I am trying to find information on pre 1950's 'mad houses', asylums, licensed houses and 'single houses' in Staffordshire. In particular, I am trying to find names of institutes that cared for patients who were physically disfigured. Any information or names/ locations of these types of institutions would be much appreciated. Thank you in advance for any help :) Sally

M Blakeman
I listened with interest to Radio Stoke's item this morning about Pugin and the churches at Cheadle and Alton but was disappointed that the magnificent church of St Wilfrid at Cotton, also a Pugin building was not given a mention. Perhaps it's because it is somewhat off the beaten track and is not a very pretty site to see as it stands aside the ruins of the once proud Cotton College or is it because the threat of closure draws nearer daily and perhaps people do not want to give it publicity either good or bad. Whatever the reason I feel very sad that St Wilf's, so plain and simple but steeped in Catholic history will perhaps end its days without the recognition it deserves

Patricia Kekich
I am writing on behalf of my mother Colleen Skellern. Her great great grandfather was mayor of the town in Stoke on Trent. He lived in Skellern House on Skellern Street which was named after him. Does anyone on this board live on or near Skellern St? Can you give me any information about this area if you do?

Andrew Johnson
after information about the old pit winding houses at ball green opposite the old john’s barbers.

Louise Wood
I am trying to find information on an old hospice/ house in a remote area on the Staffs/ Derbyshire border- near The Roaches perhaps. This was quite a large building, surrounded by a distinctive high brick wall, which surrounded the whole house/ hospice. My grandfather visited this house in the 1950's, but can not remember the exact location or official name of the place. If this building sounds familiar to anyone, I would love to hear from you- any information/ suggestions would be helpful. Thanks in advance

William Thom
I am looking for old photos of a pottery called Waterloo Potteries, bottom Nile Street (now a supermarket and car park). It used to be Joseph Machin, and then it became T & E Boote (pottery and tiles). It was demolished in about 1964 I believe.

Iain Dodson
Hi I bought a house in Rising Brook Stafford (Wolverhampton road) The house used to belong to a Mr Hunt, of Hunts nurseries, I found quite a bit of old memorabilia in the building when we bought in but I am looking to find out more about the property.

Hi, I have a question for Fred Hughes. My house was built in 1919(ish) in Wolstanton by Absalom Reade Wood. It still has a lot of the original features, which was one of the reasons I bought it. It has 2 cast iron fireplaces upstairs and a fantastic mottled earthenware fireplace in the living room. When I bought the house I was sure that the fireplace was original, because nothing much else in the house had changed, it even still had the original doors. I am now reasonably sure that the fireplace is Royal Venton, but I believe that they were produced in the 1950's. All I can find out is that Royal Venton was at one point owned by the Wood family and that Absalom Reade Wood had the same surname, I just wondered if Fred could shed any light on this as I would love the know if the fireplace is original to the house or a later edition.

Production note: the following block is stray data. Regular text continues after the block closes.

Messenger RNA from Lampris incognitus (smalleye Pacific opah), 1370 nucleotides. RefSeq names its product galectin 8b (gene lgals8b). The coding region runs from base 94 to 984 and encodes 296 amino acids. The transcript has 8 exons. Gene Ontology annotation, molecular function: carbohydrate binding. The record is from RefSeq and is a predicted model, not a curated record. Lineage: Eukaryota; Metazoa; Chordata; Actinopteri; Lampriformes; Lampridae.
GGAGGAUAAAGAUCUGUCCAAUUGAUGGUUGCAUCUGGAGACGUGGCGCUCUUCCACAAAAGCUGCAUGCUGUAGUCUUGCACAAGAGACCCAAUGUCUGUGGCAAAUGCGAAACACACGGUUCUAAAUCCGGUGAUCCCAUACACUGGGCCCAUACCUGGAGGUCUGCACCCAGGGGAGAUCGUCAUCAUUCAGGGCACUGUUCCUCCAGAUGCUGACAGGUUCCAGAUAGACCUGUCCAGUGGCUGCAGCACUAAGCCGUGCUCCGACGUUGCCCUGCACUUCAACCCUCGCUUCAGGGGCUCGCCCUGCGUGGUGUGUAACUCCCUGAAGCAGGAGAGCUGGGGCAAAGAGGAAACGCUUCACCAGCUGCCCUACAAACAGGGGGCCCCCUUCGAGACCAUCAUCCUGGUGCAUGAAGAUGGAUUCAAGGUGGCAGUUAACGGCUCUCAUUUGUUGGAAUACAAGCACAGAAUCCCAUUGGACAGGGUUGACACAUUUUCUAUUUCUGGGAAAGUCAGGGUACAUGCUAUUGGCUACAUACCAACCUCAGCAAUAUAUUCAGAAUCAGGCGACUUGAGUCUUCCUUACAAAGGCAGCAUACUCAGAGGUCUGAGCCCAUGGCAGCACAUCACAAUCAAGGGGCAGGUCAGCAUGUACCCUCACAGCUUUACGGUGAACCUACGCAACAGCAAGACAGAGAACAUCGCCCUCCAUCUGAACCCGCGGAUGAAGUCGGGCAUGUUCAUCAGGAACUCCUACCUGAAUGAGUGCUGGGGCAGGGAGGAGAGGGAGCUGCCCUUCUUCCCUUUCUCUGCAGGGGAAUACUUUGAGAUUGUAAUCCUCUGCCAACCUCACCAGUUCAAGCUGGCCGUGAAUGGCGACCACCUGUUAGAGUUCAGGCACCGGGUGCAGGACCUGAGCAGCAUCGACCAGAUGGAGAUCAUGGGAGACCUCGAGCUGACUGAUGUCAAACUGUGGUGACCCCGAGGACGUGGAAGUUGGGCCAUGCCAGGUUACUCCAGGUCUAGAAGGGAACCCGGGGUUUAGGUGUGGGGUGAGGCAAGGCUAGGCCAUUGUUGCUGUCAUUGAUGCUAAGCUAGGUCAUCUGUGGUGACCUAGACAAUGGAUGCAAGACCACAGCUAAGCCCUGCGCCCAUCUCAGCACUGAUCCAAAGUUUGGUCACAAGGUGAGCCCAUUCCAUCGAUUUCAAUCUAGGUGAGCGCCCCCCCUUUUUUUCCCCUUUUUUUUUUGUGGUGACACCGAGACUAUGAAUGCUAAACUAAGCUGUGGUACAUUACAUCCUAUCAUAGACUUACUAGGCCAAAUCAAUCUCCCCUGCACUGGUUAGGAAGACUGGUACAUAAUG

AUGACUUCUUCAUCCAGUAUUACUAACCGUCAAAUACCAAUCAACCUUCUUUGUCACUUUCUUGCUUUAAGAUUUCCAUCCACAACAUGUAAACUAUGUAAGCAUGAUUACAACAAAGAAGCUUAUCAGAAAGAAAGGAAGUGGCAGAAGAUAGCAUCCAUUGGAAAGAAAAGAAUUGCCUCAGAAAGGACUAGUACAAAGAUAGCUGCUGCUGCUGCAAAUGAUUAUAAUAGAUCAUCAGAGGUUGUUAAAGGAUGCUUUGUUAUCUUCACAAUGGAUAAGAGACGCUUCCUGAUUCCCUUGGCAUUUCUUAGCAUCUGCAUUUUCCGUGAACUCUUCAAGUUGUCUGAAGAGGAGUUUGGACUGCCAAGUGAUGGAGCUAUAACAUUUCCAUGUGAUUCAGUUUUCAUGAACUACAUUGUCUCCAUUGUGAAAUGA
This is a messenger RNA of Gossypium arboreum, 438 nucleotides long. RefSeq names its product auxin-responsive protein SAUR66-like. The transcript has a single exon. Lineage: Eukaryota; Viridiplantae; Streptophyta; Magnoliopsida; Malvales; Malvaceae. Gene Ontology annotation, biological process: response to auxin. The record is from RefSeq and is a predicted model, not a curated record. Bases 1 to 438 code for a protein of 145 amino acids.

Anthony Nixon
The brick tower which can be seen in Watermills Wood (at Apedale, Newcastle) was built as the base of a ventilation chimney for Watermills Colliery. It stood 186 foot high and was demolished 1912.The base of which was left standing and Richard Heathcote had four inscriptions carved in sandstone blocks and set into the walls they were LIVE AND LET LIVE BE JUST AND FEAR NOT REGARD THE END REH AD1840 (his initials and date).
To find the Tower, you travel down Apedale Road from Chesterton, you pass a fishing pool on your right, then you come to a sharp right turn/bend, continue along for about 200 meters. There are barriers left and right, the road continues onward and upward and there is a path on the left hand side, leading into the wood via a style. Follow the path through the wood and you will come across Watermills Tower.
Brian Powell
See and look for the 'Apedale area profile'. This gives some interesting details on the Apedale chimney.

a Johnson
Could anybody help me in finding any information about the Old Contemptibles of north staffs, as my grandad was one of the last ones.